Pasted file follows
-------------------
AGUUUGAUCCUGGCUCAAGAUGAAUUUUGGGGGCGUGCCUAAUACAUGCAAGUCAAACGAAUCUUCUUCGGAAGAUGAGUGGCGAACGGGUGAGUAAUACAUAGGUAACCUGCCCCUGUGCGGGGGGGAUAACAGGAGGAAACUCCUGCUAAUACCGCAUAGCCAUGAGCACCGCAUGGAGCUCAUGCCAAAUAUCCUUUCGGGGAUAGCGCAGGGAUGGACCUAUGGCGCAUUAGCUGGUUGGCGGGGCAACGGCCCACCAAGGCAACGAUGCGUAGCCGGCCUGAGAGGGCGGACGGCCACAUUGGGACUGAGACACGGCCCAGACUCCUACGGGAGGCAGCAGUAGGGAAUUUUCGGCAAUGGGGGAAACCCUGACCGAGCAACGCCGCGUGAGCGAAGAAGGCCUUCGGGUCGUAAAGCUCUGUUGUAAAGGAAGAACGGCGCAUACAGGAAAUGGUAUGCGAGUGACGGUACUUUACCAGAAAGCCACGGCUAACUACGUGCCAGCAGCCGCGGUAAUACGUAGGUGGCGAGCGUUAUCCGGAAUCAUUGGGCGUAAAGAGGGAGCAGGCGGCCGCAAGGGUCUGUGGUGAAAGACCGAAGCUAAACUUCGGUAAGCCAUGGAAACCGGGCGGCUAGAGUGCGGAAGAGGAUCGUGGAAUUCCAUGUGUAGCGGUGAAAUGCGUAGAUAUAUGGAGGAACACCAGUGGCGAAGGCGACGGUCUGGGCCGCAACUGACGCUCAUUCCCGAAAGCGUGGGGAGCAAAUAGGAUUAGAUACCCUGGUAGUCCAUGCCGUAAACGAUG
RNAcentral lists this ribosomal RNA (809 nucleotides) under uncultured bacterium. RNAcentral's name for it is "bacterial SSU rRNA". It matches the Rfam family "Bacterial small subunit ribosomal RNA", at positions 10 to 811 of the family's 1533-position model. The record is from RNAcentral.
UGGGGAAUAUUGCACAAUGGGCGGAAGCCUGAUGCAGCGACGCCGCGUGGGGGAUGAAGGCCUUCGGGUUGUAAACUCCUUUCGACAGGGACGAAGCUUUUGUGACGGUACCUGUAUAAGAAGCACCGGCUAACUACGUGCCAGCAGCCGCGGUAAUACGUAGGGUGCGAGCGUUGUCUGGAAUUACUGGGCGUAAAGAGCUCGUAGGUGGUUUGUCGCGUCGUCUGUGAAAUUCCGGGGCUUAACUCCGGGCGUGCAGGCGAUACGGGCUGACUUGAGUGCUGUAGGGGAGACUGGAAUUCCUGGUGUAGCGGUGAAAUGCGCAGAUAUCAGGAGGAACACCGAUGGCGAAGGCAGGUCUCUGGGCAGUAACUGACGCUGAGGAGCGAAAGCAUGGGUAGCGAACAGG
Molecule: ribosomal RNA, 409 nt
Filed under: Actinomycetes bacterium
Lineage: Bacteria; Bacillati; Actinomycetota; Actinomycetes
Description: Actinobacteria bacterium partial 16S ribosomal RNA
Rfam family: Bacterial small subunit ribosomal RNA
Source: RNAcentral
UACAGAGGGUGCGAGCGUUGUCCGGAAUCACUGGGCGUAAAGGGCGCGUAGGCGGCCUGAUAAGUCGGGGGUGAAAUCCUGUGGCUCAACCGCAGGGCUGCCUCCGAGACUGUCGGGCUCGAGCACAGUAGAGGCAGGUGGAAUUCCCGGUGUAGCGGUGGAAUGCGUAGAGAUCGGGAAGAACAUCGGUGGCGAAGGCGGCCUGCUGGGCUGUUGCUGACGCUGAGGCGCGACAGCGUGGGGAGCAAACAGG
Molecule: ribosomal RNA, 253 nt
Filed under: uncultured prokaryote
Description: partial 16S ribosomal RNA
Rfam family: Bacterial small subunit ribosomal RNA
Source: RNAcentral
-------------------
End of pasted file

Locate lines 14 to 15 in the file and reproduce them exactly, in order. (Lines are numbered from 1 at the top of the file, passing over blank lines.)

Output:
Rfam family: Bacterial small subunit ribosomal RNA
Source: RNAcentral